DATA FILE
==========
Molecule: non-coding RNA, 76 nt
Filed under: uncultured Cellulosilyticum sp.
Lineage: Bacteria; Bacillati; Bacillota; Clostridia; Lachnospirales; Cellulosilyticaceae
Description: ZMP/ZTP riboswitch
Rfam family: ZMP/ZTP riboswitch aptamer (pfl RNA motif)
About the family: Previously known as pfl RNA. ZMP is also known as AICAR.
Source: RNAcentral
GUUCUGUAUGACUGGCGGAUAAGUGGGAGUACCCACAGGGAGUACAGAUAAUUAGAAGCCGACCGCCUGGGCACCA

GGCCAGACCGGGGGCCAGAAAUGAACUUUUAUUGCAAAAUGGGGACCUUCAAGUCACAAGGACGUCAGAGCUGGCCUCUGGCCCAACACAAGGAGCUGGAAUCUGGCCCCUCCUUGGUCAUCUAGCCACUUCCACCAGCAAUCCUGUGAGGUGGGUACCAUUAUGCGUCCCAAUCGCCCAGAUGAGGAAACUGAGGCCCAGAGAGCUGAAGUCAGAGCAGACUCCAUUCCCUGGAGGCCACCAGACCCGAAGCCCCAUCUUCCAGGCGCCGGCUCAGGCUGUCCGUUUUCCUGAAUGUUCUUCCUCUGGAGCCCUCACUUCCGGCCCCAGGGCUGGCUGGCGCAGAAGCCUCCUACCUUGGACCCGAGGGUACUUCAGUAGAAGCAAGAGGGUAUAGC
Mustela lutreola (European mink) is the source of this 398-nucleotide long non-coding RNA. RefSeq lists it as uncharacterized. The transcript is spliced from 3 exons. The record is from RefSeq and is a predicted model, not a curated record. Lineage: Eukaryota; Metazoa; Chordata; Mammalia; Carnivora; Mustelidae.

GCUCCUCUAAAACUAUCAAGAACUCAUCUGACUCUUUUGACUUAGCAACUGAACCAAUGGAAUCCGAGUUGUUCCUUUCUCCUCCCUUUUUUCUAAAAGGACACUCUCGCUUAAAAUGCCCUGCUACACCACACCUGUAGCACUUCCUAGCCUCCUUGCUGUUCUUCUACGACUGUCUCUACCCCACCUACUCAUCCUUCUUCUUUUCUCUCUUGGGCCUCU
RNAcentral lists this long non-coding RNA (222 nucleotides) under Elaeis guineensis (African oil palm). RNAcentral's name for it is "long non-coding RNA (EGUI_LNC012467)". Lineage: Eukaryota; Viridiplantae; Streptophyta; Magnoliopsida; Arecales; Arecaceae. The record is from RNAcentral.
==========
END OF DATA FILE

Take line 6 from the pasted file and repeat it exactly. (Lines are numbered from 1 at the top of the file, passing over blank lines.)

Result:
About the family: Previously known as pfl RNA. ZMP is also known as AICAR.